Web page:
Sara Keating, review of The Last Days of a Reluctant Tyrant, by Tom Murphy, in The Irish Times (30 May 2009)

[ Details: Sara Keating, ‘An intimate portrait of power’, review of The Last Days of a Reluctant Tyrant by Tom Murphy, in The Irish Times (30 May 2009), Weekend, p.8 - available online; accessed 03.07.2011.

Sub-heading: As a picture of a disintegrating Russian family, and of a world in which security is more important than succour, Tom Murphy’s new play reflects, with uncanny prescience, the current mood of the country.]

Tom Murphy’s new play, The Last Days of a Reluctant Tyrant, is a magisterial reflection of a way of life that is slowly dissolving. The life in question is a Russian small-town life, one on the brink of industrialisation, a world where important class distinctions are eroding in a country that is gradually moving towards its own apocalypse with the social revolutions of the early 1900s.

The Russia that Murphy evokes is a sterile one; the frost-bitten fields of its wintered landscape reflect the moral freeze at the heart of this bleak period in Russian history. The play was inspired by an obscure 19th-century Russian novel, The Golovlyov Family, written by the satirist Mikhail Saltykov under the pseudonym of his alter-ego Shchedrin, and christened by his contemporaries as “the gloomiest [novel] in all Russian history.” But if 19th century Russia seems far from the usual concerns of Murphy’s plays, The Last Days of a Reluctant Tyrant is not. It is a significant addition to a corpus of work that is as varied in form as it is consistent in theme.

With its uncompromising, epic four-act scope and its cast of 19, The Last Days of a Reluctant Tyrant recalls Murphy’s infrequently performed 1968 play Famine, which is set during 1846 and 1847, at the height of the Great Famine. The difference in time-period in the settings of the plays is roughly 30 years (Shchedrin’s novel was first published in 1876, 14 years after Alexander the Second infamously abolished slavery, and The Last Days of a Reluctant Tyrant loosely evokes this era). However, the social and moral pressures reflected in both plays are the same. In Famine, Murphy used the physical starvation of a landscape and a people to ask deeper questions about humanity.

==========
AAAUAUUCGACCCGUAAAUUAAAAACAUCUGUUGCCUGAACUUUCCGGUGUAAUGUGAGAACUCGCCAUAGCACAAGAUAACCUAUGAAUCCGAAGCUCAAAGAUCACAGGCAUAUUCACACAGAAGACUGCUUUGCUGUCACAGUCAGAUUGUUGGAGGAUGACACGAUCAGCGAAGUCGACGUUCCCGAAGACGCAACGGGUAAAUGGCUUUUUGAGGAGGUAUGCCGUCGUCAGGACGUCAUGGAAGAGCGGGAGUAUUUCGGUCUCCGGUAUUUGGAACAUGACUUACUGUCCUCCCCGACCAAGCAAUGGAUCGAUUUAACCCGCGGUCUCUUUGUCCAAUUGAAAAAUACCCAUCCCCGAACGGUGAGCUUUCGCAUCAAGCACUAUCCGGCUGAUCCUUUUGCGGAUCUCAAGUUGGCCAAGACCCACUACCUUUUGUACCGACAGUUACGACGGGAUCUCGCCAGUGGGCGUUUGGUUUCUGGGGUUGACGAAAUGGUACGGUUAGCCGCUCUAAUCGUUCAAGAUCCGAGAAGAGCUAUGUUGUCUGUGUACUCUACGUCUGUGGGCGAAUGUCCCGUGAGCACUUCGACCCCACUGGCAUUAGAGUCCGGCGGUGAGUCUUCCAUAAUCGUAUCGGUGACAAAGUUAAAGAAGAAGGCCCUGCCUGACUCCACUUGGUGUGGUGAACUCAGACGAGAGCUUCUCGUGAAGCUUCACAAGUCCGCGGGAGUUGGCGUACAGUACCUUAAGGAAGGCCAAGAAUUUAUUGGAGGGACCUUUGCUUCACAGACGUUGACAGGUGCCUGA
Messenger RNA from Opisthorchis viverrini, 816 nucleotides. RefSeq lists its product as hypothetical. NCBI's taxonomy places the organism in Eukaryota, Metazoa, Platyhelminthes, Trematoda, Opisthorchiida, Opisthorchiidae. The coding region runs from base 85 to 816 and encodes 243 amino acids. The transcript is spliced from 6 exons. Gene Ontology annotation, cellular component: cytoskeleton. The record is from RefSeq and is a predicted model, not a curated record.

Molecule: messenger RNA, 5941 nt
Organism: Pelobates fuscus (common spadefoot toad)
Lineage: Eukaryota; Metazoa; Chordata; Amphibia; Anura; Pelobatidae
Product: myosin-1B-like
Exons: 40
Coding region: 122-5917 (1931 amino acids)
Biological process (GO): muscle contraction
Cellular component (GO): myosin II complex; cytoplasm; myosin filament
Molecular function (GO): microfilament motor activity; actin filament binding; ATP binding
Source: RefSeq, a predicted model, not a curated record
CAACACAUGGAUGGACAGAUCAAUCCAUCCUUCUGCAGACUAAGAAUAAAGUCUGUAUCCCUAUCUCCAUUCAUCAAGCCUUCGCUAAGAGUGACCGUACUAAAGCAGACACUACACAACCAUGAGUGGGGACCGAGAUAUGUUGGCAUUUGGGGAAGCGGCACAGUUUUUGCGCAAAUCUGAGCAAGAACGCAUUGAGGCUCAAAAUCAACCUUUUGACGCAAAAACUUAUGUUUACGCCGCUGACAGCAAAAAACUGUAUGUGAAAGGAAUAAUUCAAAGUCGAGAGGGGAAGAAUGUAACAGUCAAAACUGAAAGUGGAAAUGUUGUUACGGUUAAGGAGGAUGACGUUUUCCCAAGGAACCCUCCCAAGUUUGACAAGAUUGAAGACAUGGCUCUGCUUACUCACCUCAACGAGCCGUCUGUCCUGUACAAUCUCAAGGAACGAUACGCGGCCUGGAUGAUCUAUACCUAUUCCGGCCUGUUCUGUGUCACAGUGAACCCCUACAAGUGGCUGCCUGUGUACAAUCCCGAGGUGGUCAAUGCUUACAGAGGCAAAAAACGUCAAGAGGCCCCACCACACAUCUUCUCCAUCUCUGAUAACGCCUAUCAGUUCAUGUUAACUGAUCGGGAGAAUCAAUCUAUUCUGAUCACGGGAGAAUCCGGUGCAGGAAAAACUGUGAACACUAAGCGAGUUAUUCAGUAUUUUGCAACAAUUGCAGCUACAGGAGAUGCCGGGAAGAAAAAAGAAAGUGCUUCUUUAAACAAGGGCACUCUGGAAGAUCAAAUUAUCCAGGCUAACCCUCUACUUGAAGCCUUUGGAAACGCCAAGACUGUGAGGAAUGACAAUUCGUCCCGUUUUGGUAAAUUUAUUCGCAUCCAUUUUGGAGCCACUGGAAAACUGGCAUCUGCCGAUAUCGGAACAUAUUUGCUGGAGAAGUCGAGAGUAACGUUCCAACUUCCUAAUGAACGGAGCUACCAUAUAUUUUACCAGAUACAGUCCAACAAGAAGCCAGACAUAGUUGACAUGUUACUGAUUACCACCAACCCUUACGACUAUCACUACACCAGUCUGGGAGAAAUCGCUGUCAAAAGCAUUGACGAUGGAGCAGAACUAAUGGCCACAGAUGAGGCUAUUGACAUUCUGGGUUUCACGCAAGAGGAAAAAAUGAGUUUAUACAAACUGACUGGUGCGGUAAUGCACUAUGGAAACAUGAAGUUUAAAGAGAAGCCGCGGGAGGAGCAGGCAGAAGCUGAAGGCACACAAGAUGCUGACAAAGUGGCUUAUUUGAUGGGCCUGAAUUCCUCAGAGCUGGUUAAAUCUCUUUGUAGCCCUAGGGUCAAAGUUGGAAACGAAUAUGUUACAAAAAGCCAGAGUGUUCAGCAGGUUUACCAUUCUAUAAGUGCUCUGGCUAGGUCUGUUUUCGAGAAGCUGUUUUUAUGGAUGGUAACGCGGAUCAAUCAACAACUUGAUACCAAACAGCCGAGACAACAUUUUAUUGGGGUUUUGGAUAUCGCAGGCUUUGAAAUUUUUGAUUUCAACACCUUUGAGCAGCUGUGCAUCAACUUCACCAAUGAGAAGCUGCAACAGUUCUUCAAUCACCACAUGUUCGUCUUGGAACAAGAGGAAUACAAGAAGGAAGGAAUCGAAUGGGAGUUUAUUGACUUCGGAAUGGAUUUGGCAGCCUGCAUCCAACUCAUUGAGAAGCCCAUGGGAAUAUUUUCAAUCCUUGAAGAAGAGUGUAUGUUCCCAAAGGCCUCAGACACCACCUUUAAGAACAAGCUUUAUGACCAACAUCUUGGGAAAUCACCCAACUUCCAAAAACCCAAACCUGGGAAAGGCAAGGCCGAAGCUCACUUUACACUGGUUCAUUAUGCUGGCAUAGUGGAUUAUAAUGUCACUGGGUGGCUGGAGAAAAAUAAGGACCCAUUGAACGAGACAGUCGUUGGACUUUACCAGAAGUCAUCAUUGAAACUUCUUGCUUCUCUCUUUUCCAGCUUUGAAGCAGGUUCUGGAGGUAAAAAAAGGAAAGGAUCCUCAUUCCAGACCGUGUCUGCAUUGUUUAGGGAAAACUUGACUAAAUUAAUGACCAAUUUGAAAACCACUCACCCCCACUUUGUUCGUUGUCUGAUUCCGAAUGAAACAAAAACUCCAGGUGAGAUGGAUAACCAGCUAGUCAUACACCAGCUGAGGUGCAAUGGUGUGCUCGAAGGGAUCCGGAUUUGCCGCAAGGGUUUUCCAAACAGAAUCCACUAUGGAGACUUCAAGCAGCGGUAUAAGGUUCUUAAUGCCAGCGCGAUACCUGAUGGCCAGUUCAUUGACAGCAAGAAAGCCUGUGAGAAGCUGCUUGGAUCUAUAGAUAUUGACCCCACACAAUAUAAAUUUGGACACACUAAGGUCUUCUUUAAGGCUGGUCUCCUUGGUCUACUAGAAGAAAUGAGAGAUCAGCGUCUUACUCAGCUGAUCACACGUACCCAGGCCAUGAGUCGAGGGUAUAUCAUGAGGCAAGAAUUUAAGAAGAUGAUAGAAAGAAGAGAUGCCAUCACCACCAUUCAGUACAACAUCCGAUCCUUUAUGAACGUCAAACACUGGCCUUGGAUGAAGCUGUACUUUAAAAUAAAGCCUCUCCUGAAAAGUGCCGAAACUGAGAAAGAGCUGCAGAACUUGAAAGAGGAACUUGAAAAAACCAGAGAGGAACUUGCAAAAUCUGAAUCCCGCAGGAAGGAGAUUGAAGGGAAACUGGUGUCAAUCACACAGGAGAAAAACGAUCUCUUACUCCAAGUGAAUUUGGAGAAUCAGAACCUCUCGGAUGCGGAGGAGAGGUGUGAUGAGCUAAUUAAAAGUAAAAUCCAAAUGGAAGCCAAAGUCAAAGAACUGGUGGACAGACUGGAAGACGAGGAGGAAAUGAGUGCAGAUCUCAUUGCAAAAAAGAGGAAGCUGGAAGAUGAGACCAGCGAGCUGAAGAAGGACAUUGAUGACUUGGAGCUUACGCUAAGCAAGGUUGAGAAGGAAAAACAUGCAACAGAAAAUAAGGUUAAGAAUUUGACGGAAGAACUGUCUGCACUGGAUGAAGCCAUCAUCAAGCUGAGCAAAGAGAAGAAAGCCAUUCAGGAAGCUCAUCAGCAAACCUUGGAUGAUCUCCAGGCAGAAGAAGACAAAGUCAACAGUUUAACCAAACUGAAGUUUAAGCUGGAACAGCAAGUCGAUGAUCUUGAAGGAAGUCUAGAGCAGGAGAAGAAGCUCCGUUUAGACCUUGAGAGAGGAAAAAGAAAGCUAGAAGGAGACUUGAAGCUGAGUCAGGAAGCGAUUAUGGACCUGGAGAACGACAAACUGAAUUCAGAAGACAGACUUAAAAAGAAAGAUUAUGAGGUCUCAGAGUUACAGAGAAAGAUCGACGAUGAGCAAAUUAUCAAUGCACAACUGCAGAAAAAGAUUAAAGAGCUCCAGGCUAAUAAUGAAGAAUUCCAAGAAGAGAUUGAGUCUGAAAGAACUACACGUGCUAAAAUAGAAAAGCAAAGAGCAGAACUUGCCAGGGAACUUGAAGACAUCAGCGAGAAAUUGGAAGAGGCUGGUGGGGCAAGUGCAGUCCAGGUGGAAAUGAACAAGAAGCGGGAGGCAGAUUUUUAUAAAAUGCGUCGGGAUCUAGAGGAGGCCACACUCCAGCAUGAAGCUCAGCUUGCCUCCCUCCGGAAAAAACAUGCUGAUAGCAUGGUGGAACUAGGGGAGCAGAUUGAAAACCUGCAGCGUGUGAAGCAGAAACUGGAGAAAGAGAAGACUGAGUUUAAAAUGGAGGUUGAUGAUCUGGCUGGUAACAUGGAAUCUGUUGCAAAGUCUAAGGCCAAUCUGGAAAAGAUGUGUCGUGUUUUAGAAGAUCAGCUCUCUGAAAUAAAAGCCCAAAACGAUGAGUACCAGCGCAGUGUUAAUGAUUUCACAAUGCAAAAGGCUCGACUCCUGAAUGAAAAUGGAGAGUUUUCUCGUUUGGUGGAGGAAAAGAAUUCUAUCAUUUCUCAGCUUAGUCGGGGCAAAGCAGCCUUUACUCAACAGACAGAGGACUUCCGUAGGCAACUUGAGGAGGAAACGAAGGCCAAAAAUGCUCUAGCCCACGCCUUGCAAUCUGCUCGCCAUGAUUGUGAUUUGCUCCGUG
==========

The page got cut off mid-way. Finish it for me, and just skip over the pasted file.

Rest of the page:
“What about other ‘poverties’ that attend famine?”, he wrote in the introduction to his first published collection of plays. “A hungry and demoralised people becomes silent ... Intelligence becomes cunning. There is poverty of thought and expression. Womanhood becomes harsh. Love, tenderness, loyalty, generosity go out the door in the struggle for survival. Men fester in vicarious dreams of destruction. The natural exuberance of youth is repressed ... The dream of food can become a reality ... and people’s bodies are nourished back to health. But what can similarly restore mentalities that have becomes distorted, spirits that have become mean and broken? Or, at what price survival?”

These same questions haunt the family at the heart of The Last Days of a Reluctant Tyrant: a family slowly eroding under the weight of their individual instincts for self-preservation. However, where Famine saw the slow decline of a family from utopian unity to fractured tragedy under the intense pressure of contemporary events, in The Last Days of a Reluctant Tyrant the family has already fallen; its degradation is an historic, inherited, inevitable one.

EVEN THOUGH the action unfolds over almost a decade of the family’s lives, Murphy gives us an utterly corrupt, bereft society from the very opening moments of the play. This is a world where duty is valued more than love, and security is more important than succour. This is a world where relationships are defined by what you get - not what you give - This is a world where religion is a not a spiritual but a material calling, despite the veil of blessing that it calls down from the heavens. This is a world where hypocrisy itself loses meaning, so starved is it of moral truth.